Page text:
A Response from Civil Society

Executive Summary
Opening Statements
> Reviewing the Millennium Declaration
NGOs as Partners in Debt Relief and Financing for Development
NGOs as Partners in Values and Public Service
NGOs as Partners in Strengthening the Family
Building Cultures of Peace and Leadership
Discussion Groups
Closing Statements

Reviewing the Millennium Declaration
The major points of the Millennium Declaration were then examined and evaluated by several scholars and NGO leaders. Ms. Deborah Moldow, Co-Chair of the Values Caucus, said thinking about values and principles uplifts our consciousness, putting us in touch with our sense of purpose and that which is noblest in the human spirit. Her belief is that all people share our highest values, and that a sense of shared values can be an important cross-cultural bridge to understanding and concerted action. She cited the six values and principles in the Declaration: freedom, equality, solidarity, tolerance, respect for nature, and shared responsibility, which are reaffirmations of the principles of the U.N. Charter. The United Nations is the only repository for the world's values, and for 55 years has served as a laboratory for finding common expression of shared values, the common good. Of course, governments can sign on to a statement of values and go home to business as usual. But, in her view, governments are made up of people who have consciences, and can be prodded by the NGO community. She said that NGOs are known as the conscience of the United Nations.
Mr. Solo Dowuona-Hammond, President of the Olof Palme Peace Foundation, on the theme of development and poverty eradication, noted the lofty objectives in the Declaration, such as halving the world's extreme poverty by 2015. All of these goals hinge on the "recognition, promotion and protection of human rights and good governance." The right to development is an inalienable human right, and sustainable development places people at the core, viewing them as both a means and end of development, not as a means to other people's ends. Human rights and sustainable development, he said, are inextricably interwoven and mutually reinforcing. Regarding the North's apparent reluctance to implement debt forgiveness for lesser developed countries (LDCs), he suggested that the United Nations set up a committee within the Economic and Social Council that would operate an escrow account for LDC payments; from these payments, projects could then be undertaken in conjunction with LDC governments, the private sector and civil society. Thus, such an arrangement could ensure the efficient and judicious use of resources, avoiding corruption and the cancellation of debt.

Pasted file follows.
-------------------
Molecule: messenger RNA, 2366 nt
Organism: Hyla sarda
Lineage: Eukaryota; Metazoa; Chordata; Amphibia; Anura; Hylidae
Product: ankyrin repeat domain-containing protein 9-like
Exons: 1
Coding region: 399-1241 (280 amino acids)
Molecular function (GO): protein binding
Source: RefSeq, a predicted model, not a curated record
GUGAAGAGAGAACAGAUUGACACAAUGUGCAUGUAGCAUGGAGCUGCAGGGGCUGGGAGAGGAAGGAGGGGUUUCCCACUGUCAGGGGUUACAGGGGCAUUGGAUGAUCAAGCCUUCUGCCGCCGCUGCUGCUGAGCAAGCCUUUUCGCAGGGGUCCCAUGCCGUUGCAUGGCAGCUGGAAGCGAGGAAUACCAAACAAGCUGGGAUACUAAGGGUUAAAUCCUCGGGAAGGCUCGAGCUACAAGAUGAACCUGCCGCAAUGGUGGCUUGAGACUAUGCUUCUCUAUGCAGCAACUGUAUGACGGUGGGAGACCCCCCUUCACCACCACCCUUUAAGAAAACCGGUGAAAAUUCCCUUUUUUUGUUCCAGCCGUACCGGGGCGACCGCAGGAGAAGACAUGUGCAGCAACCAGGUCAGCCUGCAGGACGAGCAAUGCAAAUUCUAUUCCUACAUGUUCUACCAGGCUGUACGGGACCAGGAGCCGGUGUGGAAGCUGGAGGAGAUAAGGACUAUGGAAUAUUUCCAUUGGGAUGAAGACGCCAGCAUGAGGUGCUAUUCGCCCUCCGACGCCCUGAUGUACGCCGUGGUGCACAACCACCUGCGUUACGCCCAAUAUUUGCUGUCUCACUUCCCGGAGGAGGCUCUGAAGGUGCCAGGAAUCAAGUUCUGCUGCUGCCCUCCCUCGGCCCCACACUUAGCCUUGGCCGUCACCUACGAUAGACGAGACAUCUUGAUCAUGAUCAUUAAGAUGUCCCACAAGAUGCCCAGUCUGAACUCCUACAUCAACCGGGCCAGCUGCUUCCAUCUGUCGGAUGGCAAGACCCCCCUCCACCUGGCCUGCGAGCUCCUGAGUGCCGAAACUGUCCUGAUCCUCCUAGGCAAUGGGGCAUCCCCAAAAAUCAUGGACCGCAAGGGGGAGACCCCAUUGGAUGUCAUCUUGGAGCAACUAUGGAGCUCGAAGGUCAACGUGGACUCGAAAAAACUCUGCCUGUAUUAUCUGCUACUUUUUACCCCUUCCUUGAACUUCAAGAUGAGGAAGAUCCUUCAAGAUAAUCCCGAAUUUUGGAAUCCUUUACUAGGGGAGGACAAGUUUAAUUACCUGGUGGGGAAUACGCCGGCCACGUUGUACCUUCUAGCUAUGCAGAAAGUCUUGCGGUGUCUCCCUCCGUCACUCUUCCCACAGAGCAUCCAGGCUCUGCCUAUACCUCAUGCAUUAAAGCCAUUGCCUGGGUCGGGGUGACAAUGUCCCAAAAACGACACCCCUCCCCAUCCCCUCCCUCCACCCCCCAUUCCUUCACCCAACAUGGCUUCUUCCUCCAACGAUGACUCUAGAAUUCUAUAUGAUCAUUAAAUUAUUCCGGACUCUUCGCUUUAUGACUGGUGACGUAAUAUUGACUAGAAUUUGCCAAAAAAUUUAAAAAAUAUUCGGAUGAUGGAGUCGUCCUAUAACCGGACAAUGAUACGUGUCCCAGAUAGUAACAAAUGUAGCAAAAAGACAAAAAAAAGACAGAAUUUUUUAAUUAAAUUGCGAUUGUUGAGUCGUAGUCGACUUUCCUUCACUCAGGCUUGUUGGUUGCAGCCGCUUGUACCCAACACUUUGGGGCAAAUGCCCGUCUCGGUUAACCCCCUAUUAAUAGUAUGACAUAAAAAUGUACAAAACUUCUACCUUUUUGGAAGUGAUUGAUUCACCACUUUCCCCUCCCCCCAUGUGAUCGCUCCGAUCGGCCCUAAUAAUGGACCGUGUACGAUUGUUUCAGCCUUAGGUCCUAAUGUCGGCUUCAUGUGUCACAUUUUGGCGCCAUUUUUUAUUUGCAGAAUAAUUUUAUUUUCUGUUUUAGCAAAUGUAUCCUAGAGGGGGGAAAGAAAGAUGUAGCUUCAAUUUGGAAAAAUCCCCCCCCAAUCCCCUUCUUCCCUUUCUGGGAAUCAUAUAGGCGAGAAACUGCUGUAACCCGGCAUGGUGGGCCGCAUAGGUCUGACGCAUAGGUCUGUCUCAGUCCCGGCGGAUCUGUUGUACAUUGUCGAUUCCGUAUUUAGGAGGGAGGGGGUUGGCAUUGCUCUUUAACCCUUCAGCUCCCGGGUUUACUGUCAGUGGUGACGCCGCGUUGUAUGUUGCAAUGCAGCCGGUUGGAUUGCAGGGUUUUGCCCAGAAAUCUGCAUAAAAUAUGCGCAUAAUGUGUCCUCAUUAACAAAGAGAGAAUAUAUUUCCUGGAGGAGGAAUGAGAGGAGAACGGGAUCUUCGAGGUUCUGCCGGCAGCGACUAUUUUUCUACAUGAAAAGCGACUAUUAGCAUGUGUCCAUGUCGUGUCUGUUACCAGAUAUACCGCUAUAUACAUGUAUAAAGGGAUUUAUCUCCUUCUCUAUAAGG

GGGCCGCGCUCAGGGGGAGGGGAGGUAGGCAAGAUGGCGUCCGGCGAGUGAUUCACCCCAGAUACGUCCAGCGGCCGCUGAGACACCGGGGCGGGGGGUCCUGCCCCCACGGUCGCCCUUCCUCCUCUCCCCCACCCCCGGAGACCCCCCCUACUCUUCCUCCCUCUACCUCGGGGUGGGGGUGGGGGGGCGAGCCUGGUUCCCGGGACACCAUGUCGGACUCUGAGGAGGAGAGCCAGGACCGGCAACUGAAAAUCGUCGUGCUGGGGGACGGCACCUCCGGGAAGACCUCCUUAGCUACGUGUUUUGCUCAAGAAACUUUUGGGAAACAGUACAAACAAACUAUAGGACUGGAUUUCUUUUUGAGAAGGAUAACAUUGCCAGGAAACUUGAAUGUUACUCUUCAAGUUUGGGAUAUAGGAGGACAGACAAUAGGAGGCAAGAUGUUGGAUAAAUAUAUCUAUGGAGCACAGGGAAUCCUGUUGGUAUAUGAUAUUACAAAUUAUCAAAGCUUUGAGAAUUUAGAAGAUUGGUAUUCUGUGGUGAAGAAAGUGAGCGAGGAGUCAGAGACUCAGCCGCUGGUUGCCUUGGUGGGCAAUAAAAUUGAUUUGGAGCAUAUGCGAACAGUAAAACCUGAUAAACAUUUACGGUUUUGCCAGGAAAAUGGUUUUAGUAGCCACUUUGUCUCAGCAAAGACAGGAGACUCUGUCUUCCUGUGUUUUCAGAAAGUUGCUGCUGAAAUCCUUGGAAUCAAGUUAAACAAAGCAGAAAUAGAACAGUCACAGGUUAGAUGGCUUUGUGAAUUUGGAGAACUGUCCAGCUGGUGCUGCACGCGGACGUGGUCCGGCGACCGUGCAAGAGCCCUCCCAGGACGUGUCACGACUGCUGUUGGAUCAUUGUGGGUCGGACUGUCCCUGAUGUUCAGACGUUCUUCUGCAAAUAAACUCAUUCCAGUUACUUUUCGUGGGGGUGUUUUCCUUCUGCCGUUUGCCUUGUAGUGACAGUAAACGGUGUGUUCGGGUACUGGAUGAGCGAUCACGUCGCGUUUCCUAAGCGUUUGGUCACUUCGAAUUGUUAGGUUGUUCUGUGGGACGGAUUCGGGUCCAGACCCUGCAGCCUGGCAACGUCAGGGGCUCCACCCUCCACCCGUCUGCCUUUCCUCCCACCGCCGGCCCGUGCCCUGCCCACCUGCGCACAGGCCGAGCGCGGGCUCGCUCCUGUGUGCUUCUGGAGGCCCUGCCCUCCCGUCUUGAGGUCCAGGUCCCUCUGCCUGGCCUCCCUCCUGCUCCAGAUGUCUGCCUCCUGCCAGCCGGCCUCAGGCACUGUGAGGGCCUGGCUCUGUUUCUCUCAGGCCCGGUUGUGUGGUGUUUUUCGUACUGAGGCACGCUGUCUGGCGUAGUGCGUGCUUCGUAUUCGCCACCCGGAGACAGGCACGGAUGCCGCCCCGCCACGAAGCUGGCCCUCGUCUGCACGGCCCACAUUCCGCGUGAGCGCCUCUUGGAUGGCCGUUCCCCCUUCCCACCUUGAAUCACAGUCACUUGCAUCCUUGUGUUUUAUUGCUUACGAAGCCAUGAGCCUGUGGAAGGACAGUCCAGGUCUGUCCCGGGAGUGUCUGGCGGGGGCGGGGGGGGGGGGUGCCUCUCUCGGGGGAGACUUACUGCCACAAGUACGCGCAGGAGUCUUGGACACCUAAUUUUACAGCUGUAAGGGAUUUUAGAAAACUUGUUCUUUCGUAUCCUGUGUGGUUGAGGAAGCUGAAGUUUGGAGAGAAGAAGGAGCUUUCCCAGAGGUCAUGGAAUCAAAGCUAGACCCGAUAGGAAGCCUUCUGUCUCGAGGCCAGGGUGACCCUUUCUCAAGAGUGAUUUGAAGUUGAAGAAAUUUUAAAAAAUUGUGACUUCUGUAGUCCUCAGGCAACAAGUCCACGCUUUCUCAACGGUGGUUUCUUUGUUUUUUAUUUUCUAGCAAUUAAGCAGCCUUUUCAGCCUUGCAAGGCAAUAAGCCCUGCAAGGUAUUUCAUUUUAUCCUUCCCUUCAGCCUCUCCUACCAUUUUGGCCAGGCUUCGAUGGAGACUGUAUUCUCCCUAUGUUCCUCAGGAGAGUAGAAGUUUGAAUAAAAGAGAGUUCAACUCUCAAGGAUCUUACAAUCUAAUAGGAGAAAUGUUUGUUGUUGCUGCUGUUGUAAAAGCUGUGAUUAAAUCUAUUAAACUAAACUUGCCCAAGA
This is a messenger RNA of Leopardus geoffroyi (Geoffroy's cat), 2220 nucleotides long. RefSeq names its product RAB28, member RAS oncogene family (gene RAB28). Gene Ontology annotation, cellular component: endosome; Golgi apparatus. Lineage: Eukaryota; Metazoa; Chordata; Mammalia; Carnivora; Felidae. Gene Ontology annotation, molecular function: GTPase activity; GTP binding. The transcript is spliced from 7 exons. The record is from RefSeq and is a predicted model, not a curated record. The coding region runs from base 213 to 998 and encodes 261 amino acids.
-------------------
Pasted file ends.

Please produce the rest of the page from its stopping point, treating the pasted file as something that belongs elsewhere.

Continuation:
Dr. Nicholas N. Kittrie, Chairman of the Eleanor Roosevelt Institute for Justice and Peace, addressed the theme of human rights, democracy and good governance by first highlighting the chasm between the Declaration's espoused values and the reality. He asked how much credibility lies behind a resolution of an international assembly which, after 55 years since its creation and the issuance of innumerable declarations, permits nearly half of the world's population to subsist on less than $2 per day. The Declaration sets out to attain seven specific human rights objectives, including upholding the Universal Declaration of Human Rights. Yet, for example, of the 190 U.N. member states, only 95 have signed the existing protocol to the International Covenant on Civil and Political Rights. Thus, there are many words, promises and resolutions, but far less in the way of actions. There is little hard evidence of how many Declaration objectives are indeed being implemented. Moreover, the Declaration demands that governments not merely refrain from doing wrong and evil, but requires, in effect, "participation, sensitivity, and cooperation by people, churches, mosques, synagogues, temples, [youth] organizations, labor unions, scholars, and philosophers," he said. True implementation of the U.N. objectives calls for popular support and popular vigilance, not merely governmental pronouncements. This is why, Dr. Kittrie said, that a civil response is required, and a civil mobilization needed, to build a better world.